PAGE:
234. I am currently working under an interim Secret clearance issued Jan. 2008. OMB investigator met with me in early April 2008 for upgrading that to Secret. I held a TS/SCI with DOS up until 1996. In 1997 I moved to Chile for a US based company. I have had contact with various Chilean citizens and government people in the course of my work there. No drug or financial problems. I am now being considered for a TS/SCI job here in Washington. What is the normal processing time for a TS/SCI – assuming no problems but with substantial foreign residency/travel (no contact with any organizations or persons who might be considered as threats to the US).
    Thanks.

  235. Jim B:
    There is no interview upgrading an interim Secret clearance to a Secret clearance. In fact there is no routine interview for a Secret clearance. So your interview was a SPIN (Special Interview) to address some matter of security or suitability concern. One one exception to this would be if you were being considered for both a Secret clearance and a Public Trust clearance.

    Average processing time for non-issue cases for TS/SCI ranges from about 3 to 6 months depending on the agency involved (according to government figures). However, I don’t believe these numbers. NRO is claiming that their end-to-end processing for the top 85 percent of their TS/SCI cases in FY07 was 35 days.

  236. If I’m hired for a civilian Army position based upon a signed security waiver, can I still be fired, if for some reason I’m ultimately rejected for a TS security clearance? I certainly don’t forsee this happening but if rejected then are there any other avenues besides being let go?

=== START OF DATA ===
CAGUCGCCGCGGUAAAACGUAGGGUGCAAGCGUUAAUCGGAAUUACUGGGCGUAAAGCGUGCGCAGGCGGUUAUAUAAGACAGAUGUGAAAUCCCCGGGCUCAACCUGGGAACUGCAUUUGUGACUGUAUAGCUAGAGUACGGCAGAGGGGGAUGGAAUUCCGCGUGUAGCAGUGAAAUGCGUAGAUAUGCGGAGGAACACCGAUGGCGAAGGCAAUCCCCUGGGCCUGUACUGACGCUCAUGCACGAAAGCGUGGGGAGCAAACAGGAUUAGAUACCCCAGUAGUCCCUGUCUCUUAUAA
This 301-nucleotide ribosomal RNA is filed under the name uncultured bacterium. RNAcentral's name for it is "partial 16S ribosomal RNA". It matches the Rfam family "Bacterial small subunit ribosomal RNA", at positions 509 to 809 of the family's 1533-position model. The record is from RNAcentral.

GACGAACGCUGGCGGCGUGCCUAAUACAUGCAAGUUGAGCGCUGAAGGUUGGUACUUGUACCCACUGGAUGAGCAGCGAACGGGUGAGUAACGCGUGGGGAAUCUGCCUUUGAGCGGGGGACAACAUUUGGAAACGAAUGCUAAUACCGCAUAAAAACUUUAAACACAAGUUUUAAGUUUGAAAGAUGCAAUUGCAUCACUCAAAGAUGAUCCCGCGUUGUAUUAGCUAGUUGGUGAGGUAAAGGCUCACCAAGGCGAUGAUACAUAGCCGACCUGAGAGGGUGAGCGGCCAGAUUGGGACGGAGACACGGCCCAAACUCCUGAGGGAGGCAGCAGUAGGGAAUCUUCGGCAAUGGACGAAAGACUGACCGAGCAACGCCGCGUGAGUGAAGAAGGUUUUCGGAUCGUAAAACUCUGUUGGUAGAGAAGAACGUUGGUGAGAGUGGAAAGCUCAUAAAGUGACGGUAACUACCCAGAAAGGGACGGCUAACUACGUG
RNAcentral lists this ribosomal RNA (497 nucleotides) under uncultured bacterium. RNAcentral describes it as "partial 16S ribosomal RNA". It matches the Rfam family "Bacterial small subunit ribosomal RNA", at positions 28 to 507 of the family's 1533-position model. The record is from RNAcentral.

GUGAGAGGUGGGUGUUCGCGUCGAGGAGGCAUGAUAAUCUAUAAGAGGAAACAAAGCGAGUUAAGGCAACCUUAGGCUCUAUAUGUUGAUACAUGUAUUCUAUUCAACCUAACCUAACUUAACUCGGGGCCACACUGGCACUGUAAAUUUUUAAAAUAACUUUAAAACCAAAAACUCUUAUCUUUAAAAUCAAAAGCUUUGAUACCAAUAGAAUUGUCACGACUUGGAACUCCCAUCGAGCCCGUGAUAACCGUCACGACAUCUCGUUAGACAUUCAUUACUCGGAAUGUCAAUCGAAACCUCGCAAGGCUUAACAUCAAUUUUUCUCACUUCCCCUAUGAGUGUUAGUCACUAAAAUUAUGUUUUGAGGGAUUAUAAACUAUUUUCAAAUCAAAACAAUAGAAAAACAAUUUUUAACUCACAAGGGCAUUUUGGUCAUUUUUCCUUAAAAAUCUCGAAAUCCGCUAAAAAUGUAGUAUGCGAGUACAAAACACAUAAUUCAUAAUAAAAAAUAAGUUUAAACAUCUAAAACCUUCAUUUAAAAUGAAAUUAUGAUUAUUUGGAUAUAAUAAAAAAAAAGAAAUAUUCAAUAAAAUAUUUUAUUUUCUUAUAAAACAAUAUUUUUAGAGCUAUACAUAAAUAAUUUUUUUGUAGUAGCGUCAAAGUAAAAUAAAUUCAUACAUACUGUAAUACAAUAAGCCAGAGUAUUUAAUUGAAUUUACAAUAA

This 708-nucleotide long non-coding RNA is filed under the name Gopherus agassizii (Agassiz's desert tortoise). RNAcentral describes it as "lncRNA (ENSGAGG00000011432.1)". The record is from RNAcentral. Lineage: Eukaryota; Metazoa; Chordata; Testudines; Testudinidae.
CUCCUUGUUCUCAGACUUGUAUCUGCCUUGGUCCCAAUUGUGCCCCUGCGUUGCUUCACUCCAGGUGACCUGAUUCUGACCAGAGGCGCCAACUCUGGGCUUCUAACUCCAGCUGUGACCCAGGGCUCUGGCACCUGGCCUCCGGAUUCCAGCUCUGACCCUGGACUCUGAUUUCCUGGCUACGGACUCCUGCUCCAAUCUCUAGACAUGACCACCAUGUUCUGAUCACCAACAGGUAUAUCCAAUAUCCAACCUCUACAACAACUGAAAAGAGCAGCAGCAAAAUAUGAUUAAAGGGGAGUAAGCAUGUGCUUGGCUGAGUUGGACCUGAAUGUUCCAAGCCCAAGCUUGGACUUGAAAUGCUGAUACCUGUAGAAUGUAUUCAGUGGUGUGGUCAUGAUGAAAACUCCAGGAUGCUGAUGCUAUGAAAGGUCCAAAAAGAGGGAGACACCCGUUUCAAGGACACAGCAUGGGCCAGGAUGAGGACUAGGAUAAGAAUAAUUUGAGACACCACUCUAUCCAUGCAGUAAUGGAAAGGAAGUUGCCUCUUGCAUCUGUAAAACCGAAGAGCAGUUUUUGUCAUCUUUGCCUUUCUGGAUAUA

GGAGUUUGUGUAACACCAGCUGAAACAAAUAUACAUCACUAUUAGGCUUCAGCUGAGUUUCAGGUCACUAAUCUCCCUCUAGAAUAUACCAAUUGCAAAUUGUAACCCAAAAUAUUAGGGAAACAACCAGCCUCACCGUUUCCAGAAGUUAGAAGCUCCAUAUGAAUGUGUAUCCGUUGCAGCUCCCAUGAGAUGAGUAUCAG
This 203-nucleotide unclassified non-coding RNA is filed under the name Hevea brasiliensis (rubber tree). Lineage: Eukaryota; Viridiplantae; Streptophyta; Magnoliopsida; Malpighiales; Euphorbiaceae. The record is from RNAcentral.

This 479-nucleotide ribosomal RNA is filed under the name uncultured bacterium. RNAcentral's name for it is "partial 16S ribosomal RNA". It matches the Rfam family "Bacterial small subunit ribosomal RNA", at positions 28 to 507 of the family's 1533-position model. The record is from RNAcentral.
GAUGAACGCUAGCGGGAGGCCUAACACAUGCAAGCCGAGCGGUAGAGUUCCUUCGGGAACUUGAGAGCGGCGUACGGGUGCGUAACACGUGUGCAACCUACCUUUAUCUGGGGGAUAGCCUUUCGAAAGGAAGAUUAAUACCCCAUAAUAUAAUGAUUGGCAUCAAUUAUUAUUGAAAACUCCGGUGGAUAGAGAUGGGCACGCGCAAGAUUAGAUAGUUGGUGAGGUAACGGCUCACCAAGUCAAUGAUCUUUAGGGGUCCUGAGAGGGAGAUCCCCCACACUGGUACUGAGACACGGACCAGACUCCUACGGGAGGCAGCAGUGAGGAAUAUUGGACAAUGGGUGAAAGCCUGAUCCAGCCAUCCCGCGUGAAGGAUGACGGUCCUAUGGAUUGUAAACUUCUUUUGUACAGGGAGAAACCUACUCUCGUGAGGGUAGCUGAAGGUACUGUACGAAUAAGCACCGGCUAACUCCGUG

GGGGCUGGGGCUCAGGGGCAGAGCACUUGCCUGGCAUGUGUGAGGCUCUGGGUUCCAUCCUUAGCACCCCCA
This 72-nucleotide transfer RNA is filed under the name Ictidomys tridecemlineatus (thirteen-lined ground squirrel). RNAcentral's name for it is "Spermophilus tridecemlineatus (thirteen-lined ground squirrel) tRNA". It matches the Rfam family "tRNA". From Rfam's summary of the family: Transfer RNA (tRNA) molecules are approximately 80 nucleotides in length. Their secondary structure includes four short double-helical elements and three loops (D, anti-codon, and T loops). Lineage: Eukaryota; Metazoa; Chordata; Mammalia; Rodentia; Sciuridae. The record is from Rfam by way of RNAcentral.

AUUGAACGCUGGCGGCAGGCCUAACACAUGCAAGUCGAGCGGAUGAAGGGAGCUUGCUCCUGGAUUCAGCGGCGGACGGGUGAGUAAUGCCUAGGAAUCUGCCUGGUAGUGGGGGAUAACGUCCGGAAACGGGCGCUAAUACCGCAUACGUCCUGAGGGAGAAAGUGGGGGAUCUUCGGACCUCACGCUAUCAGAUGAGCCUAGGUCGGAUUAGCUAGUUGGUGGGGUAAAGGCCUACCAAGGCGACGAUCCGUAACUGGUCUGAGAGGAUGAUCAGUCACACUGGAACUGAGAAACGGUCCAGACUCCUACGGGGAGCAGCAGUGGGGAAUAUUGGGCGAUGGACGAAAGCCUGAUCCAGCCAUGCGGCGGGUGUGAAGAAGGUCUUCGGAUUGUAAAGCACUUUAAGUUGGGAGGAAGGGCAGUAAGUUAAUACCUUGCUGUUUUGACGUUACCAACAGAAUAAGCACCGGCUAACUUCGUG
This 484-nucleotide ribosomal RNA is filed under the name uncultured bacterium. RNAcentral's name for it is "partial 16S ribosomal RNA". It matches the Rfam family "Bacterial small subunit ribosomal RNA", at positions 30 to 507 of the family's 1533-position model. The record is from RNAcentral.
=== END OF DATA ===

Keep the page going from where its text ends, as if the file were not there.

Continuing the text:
Can one appeal this decision and stay employed or search for other employment until the decision is final?
    Would the Government allow an individual to transfer to another agency (if opportunities exist) rather than going unemployed?
    Would this be considered a break in service if you needed some time to find another civilian job?

  237. HMPayne:
    Security clearance denials are first rebutted and if unsuccessful, then appealed. It’s a long process before the final decision is made.

    Sorry, but the rest of your question is outside my area of knowledge, so I can’t provide any useful info. Perhaps someone else on this blog has some insight.

  238. I have applied and been interviewed for a TSA position at a nearby airport that requires a security clearance. My credit report needed some rehabilitation, which has been done. Everything is either paid off, closed, or is up-to-date and current.

    After I got that pretty much squared away, in February I learned that my wife had not paid our federal taxes in five of the last eight years. Needless to say I was not pleased. Not at all.

    Anyhow, bottom line, I contacted the IRS and we got all of the returns filed and paid in full. There are not, nor have there been, any liens, etc., against any property, bank accounts, or anything else. Everything is supposedly squared away (according to them, anyway).

    My BI was supposedly initiated last week. The natural question is, will either of these issues affect me being granted the clearance and therefore getting the job?

    Thanks.

  239. Buck:
    It’s great that you cleaned up your debts before you applied for the clearance. Your past financial delinquencies could still result in an interim clearance denial. Your chances of getting a final clearance will depend on why you were previously delinquent and what changes you have made in your life to preclude future financial problems. If you haven’t already, take a look at the two articles posted at http://www.clearancejobs.com/index.php?action=candidates for more info on clearances and financial matters.